City Hall approves $6 million for improvements to Paul Revere Park Fieldhouse, adjacent Neighborhood Boys and Girls Club buildings

Article and Photos by Peter von Buol

The Chicago City Council on Nov. 14 approved $6 million in funding for improvements to the fieldhouse of Paul Revere Park, 2509 W. Irving Park Rd. and the clubhouse of the adjacent Neighborhood Boys and Girls Club, 2501 W. Irving Park Rd.

In a 49-0 vote, the city council approved the transfer of funds from the Western Ave. South Tax-Increment Financing District (TIF) to the Chicago Park District.

Under the terms of the city council’s agreement with the park district, $1.75 million has been allocated for the installation of an Americans with Disabilities Act-compliant elevator and ramp system for the park’s 87-year-old field house. In addition, $575,000 has been set aside for a new roof, soffit and gutters and $225,000 for the building’s interior (which includes a new gym floor).

The windows and doors of both buildings will be renovated and upgraded through a $1.9 million allocation. In addition, a total of $1 million will be spent on the installation of new energy efficient heating and air conditioning systems for both buildings.

The city council also provided $550,000 for the project’s necessary architectural design services.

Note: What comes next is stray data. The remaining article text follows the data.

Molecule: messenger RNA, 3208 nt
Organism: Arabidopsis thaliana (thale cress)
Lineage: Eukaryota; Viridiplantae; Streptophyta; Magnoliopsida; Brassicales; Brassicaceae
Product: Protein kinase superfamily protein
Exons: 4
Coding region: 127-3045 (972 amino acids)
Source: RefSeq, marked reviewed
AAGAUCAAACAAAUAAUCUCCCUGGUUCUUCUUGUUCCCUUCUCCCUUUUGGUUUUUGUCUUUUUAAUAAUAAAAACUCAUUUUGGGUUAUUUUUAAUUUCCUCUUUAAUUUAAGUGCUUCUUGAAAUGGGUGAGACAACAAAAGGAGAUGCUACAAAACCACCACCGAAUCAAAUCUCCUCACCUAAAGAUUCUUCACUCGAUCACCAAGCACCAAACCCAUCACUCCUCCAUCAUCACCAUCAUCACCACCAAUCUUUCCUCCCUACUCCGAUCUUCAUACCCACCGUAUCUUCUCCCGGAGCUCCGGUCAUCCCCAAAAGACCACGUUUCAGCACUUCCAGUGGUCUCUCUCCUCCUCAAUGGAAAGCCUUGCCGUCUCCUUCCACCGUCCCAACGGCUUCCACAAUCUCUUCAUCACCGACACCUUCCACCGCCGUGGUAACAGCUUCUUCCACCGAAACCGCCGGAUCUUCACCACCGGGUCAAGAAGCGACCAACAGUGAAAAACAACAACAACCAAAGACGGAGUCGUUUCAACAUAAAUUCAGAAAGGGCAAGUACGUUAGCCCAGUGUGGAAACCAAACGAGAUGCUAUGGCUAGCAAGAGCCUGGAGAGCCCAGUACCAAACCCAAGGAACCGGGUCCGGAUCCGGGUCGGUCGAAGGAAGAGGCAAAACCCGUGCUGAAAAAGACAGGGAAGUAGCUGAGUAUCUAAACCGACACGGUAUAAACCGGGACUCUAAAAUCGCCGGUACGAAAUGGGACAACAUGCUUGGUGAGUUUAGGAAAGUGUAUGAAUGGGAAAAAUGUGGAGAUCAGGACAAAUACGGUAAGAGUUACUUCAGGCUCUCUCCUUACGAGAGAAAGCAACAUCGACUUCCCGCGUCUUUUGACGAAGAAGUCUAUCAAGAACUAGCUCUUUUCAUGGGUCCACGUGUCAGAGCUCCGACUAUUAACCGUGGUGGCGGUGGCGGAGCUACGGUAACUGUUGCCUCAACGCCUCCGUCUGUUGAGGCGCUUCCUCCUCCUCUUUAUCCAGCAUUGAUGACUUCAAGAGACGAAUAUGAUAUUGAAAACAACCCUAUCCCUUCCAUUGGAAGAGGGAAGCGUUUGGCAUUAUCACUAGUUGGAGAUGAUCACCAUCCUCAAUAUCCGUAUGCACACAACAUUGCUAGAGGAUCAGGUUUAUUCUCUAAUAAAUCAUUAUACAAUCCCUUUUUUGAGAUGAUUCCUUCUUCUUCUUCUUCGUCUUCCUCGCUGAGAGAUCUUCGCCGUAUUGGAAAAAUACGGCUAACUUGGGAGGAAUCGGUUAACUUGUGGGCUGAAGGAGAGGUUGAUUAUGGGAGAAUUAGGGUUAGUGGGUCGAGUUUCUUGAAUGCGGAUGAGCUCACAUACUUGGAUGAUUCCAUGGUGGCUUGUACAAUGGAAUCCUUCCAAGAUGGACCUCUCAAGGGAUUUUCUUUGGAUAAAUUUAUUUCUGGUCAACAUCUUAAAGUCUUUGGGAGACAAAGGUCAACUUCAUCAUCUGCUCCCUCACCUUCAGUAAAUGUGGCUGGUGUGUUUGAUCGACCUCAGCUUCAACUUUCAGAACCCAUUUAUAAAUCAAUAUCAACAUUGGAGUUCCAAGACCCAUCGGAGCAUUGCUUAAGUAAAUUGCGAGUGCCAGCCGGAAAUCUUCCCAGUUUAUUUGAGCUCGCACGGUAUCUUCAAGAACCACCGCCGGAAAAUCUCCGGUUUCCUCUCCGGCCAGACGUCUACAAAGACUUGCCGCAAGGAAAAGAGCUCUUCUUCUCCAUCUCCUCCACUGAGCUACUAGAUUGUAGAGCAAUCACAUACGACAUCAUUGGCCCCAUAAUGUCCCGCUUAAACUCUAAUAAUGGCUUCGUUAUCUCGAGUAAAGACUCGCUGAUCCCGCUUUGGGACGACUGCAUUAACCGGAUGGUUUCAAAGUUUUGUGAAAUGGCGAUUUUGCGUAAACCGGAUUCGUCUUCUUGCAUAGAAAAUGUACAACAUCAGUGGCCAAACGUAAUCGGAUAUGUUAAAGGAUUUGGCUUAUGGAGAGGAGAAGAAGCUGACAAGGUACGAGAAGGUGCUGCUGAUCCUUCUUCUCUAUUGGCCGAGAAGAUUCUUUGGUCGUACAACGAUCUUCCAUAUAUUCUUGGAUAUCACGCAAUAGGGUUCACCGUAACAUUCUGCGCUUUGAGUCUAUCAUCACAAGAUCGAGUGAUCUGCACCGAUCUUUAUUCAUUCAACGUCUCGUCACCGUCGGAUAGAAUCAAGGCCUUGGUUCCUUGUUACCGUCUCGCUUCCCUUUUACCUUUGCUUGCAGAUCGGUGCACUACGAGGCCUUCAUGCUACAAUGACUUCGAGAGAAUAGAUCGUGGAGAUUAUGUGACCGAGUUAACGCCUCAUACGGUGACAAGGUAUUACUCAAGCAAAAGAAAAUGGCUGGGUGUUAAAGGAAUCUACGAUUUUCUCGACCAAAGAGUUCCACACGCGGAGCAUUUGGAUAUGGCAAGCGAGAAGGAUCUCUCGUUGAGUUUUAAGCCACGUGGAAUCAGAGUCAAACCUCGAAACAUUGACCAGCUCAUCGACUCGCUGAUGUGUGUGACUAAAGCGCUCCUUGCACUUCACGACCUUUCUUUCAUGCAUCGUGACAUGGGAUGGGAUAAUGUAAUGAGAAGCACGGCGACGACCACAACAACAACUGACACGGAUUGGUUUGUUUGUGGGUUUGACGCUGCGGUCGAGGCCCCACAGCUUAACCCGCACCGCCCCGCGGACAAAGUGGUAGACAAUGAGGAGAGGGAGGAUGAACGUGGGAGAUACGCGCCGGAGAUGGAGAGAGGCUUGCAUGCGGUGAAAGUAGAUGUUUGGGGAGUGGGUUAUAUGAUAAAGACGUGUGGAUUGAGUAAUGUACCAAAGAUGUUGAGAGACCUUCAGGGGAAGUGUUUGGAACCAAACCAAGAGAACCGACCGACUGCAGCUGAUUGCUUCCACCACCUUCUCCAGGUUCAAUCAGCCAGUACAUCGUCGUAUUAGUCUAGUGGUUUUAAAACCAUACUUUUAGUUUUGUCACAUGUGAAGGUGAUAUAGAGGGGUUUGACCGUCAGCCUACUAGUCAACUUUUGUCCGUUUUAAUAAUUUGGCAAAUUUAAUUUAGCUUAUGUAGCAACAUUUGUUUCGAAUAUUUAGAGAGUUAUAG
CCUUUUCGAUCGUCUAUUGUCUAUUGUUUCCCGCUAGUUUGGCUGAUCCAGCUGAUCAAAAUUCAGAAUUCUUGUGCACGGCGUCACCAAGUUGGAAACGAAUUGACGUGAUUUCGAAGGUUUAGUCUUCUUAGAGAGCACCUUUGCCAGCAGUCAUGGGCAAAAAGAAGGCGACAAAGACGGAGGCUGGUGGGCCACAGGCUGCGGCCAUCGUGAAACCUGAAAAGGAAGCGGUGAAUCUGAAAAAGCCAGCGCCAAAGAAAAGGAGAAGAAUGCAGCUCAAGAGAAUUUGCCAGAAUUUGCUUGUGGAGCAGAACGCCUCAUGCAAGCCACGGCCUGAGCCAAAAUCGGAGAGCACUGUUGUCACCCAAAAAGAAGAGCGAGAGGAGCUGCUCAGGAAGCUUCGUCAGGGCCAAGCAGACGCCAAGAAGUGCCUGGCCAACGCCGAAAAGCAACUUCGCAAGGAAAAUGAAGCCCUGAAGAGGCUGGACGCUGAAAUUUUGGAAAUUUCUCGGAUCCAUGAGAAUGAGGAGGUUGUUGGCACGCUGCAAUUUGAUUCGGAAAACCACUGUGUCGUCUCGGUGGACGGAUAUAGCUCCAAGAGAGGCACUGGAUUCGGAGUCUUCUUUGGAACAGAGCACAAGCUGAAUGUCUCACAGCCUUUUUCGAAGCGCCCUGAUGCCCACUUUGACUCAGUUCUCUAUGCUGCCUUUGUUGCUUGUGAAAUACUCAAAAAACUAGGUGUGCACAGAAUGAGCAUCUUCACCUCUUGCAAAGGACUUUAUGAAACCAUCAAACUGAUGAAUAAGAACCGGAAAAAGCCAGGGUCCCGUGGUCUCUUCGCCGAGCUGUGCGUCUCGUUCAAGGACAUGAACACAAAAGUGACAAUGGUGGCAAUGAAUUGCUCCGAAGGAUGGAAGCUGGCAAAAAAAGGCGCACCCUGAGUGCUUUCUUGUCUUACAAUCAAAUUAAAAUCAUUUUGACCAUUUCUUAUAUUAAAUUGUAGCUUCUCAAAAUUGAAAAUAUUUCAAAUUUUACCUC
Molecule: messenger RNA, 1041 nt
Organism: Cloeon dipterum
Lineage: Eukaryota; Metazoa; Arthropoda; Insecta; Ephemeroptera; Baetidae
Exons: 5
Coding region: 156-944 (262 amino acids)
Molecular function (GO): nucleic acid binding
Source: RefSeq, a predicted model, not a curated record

The park’s distinctive brick fieldhouse was designed by Clarence Hatzfeld, a prolific early 20th century Chicago architect. Hatzfeld was skilled at using a variety of architectural styles ranging from then modern styles, such as Prairie and Craftsman, to Spanish Colonial and Tudor Revival. Often with his longtime partner Arthur Knox, Hatzfeld designed many park fieldhouses on the city’s North Side. Among his designs are the field houses for Athletic Field Park, 3546 W. Addison St., Indian Boundary Park, 2500 W. Lunt Ave., Independence Park, 3945 N. Springfield Ave. and Portage Park, 4100 N. Long Ave. Dozens of Hatzfeld’s designs have been recognized by the city of Chicago’s Dept. of Planning and Development as architecturally significant.

In 1898, the site of the park was the location of a large brick-making factory. By 1917, the site had become the location of a city garbage dump. The River Park District, a predecessor of the Chicago Park District, acquired the site in 1921. The park’s name honors Paul Revere, the American Revolutionary War hero.

Founded in 1931, the Neighborhood Boys and Girls Club (which is not a part of the national Boys and Girls Club of America organization) offers after-school athletic and recreational opportunities. Its clubhouse features a game room, after-school activity rooms and two indoor practice gyms.

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